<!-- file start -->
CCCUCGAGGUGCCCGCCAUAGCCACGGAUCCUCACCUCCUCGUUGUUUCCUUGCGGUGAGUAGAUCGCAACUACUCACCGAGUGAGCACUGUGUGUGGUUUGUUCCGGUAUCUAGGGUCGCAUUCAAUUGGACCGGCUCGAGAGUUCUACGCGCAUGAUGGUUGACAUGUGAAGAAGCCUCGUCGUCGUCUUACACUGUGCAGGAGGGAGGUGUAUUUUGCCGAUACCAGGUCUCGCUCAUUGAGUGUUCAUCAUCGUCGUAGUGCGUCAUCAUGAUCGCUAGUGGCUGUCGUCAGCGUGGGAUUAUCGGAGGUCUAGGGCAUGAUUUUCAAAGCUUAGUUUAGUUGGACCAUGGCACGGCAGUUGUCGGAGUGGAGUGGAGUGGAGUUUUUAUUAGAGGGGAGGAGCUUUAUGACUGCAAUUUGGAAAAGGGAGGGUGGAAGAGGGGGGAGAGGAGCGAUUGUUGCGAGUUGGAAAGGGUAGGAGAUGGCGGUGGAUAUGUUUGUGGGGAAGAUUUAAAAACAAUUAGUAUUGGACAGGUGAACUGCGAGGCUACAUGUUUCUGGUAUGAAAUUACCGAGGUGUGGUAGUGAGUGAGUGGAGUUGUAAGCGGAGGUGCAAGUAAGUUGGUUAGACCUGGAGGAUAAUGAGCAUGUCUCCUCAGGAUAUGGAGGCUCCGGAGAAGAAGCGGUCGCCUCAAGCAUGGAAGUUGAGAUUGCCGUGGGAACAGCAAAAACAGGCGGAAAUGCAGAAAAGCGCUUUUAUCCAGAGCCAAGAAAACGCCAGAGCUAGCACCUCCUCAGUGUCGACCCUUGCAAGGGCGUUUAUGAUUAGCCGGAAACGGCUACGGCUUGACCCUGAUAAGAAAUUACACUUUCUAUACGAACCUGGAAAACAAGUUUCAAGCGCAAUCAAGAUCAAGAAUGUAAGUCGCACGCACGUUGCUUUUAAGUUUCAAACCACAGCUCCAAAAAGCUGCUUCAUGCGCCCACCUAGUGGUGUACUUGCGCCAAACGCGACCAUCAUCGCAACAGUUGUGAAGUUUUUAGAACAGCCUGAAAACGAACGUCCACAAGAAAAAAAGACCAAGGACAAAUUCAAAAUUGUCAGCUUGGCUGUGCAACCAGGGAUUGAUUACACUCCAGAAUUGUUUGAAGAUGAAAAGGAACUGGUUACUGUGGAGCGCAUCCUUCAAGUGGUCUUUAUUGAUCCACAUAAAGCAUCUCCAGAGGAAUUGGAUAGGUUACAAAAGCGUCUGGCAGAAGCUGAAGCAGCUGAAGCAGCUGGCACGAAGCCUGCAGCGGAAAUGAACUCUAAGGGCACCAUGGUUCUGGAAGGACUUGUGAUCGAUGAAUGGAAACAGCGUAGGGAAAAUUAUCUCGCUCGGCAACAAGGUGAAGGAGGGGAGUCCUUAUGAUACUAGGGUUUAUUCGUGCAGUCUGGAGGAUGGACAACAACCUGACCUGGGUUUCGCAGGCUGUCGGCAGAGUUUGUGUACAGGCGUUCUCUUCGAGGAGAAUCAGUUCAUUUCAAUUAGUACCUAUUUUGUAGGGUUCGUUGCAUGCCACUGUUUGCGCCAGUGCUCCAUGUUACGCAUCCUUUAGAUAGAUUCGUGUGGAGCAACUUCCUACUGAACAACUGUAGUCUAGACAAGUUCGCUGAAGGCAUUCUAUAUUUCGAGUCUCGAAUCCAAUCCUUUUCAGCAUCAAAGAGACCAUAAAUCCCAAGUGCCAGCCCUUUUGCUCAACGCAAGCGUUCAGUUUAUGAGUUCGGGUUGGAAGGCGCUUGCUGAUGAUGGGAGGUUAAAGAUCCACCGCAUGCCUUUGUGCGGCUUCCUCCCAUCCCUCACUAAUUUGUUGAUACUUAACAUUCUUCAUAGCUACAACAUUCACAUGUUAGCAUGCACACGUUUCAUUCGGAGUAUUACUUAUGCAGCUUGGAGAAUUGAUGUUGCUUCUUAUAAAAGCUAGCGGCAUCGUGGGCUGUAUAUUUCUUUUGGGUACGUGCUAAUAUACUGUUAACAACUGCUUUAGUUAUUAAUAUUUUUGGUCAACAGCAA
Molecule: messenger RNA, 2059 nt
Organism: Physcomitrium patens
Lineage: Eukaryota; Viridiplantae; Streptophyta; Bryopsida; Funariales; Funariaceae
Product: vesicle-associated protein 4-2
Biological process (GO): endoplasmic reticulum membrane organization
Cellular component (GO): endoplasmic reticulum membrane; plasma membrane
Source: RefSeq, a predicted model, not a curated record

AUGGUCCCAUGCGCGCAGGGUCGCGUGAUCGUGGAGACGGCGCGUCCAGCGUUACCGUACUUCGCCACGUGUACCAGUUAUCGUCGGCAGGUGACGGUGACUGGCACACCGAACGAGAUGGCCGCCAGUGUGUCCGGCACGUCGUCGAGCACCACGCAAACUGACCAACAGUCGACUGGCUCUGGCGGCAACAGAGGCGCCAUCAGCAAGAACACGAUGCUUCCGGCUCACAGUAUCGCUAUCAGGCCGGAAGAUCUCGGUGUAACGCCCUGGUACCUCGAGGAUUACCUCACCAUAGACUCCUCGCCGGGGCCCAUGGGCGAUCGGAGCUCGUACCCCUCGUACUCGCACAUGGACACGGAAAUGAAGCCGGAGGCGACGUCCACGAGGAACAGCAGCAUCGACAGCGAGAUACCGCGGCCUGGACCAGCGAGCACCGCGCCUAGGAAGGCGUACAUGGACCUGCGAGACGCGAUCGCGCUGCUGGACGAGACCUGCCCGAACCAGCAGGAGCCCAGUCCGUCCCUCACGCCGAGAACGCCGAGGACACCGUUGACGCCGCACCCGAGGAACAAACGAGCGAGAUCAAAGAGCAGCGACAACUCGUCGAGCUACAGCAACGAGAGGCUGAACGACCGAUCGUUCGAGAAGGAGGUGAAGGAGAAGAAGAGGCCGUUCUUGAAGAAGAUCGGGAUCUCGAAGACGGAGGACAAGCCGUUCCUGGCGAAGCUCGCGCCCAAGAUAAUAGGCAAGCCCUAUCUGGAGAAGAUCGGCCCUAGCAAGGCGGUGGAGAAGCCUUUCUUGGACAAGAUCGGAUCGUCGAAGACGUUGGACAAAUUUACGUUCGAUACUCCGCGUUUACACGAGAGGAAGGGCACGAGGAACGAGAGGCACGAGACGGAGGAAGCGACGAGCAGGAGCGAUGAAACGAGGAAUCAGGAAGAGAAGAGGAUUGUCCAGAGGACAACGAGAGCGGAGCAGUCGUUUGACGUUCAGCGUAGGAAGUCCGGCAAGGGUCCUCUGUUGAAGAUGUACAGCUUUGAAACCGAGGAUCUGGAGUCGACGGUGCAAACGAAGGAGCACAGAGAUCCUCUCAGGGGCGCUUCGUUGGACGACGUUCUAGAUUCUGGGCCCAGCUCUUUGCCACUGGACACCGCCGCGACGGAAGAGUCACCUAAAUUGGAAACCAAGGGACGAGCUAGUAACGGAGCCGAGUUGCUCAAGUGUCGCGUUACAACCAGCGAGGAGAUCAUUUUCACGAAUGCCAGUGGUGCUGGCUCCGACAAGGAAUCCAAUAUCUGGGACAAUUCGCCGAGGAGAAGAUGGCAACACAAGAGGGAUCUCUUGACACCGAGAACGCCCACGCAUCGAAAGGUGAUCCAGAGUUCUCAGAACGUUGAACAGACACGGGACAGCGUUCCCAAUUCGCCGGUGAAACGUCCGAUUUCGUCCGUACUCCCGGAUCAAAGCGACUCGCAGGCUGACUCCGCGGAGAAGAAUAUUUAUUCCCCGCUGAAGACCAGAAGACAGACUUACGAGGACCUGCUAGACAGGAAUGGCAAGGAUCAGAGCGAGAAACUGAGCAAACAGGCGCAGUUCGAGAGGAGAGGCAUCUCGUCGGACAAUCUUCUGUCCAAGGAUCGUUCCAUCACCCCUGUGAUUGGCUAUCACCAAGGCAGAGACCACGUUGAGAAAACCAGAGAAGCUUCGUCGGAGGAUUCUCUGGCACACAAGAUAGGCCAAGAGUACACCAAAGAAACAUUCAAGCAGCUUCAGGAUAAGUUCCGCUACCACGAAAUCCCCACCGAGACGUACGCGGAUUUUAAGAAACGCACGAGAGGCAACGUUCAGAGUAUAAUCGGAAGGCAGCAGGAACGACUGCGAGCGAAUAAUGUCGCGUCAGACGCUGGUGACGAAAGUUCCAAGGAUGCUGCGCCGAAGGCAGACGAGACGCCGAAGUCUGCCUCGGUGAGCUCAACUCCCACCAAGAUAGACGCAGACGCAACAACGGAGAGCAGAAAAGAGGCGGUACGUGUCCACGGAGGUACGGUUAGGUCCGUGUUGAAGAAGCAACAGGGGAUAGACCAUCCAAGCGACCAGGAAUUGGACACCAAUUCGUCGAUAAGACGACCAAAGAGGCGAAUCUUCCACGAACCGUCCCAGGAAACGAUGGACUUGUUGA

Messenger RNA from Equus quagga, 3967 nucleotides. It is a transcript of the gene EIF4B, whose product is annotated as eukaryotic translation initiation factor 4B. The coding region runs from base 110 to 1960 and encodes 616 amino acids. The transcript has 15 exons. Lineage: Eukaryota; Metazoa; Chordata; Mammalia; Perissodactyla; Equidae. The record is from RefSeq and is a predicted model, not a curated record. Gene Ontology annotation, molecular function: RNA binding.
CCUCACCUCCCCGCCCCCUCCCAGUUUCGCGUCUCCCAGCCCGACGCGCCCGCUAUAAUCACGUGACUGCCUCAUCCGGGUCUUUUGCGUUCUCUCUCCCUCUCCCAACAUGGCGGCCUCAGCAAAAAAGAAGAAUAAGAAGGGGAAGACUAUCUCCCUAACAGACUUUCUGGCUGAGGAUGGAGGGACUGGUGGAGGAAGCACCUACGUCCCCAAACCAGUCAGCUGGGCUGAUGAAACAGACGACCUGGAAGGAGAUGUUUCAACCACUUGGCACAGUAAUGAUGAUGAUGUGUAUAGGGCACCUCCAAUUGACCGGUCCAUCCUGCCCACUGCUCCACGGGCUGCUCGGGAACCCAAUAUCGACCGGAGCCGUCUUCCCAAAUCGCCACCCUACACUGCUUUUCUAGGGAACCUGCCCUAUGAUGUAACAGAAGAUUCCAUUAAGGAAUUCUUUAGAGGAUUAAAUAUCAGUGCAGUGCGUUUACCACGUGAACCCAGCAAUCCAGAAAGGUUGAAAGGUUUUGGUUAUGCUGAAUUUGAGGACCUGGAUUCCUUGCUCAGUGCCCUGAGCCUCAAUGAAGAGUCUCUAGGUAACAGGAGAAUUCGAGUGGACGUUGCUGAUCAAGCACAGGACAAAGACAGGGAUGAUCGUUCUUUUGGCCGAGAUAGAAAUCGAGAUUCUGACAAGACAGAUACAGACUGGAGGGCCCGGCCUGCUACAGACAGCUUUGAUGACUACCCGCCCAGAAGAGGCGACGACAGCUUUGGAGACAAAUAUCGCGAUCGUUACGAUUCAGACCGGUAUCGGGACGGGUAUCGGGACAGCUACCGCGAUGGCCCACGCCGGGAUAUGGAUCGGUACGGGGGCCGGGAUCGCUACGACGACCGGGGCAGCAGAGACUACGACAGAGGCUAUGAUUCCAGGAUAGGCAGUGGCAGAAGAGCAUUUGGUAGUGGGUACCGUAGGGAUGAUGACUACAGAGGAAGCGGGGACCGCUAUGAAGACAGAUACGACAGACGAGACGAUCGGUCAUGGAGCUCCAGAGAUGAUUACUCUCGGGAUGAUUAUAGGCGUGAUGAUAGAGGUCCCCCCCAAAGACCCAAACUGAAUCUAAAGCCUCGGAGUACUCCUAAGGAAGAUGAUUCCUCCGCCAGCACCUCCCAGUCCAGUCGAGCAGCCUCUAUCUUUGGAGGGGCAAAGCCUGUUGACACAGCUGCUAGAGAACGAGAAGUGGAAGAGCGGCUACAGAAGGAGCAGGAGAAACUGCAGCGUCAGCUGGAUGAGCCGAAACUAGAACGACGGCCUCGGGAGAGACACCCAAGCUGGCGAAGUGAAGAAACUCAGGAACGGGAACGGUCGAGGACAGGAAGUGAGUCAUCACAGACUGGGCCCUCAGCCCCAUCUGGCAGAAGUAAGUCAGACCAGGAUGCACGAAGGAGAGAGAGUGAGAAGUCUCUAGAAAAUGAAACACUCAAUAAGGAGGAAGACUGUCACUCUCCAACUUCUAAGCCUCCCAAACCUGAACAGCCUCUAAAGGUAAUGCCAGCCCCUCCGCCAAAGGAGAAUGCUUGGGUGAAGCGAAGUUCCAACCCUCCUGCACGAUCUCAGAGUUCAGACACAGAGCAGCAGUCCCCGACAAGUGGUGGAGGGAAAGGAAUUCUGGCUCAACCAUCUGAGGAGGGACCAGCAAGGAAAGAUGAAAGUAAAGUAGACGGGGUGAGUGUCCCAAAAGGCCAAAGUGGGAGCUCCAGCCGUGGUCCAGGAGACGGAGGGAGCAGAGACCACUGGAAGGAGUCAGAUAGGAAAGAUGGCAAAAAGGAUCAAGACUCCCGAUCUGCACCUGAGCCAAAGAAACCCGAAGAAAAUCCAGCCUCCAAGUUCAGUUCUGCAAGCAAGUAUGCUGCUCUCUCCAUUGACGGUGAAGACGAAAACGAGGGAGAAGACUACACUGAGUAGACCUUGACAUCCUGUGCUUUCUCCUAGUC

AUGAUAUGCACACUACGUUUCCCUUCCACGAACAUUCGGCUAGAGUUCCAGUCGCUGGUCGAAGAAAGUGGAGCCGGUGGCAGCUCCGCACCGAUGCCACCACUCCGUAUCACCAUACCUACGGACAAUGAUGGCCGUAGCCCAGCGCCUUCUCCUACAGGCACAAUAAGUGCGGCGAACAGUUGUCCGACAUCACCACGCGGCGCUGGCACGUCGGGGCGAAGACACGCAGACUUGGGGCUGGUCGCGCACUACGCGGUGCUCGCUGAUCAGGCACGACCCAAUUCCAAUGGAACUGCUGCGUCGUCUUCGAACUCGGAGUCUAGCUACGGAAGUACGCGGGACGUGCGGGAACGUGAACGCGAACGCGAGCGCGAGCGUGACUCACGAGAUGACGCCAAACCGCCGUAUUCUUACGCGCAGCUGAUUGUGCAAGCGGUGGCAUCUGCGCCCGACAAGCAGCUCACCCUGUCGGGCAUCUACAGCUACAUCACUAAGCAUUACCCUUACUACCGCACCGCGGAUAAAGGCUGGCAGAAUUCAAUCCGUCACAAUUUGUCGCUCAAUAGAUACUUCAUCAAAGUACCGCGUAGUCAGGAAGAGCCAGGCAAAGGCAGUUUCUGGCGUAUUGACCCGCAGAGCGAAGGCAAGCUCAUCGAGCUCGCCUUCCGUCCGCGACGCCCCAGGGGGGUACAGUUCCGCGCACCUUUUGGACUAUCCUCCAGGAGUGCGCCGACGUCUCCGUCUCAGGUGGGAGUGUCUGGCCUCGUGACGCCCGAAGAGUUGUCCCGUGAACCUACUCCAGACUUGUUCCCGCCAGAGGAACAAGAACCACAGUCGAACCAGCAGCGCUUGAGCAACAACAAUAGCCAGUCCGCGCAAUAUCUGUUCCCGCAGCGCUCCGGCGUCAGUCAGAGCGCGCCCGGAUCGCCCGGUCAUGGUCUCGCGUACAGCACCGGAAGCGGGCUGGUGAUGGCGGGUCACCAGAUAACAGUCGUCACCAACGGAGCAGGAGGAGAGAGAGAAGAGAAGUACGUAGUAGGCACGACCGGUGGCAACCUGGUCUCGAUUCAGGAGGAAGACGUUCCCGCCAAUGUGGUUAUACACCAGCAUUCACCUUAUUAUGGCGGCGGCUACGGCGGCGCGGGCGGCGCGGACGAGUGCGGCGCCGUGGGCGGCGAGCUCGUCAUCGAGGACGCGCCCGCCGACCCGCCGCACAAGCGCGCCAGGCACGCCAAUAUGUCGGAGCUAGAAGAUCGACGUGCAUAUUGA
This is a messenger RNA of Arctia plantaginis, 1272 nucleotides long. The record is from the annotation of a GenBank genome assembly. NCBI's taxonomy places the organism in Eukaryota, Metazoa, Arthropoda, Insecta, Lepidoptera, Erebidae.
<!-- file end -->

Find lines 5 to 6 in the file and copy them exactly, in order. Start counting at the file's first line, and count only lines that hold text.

Product: vesicle-associated protein 4-2
Biological process (GO): endoplasmic reticulum membrane organization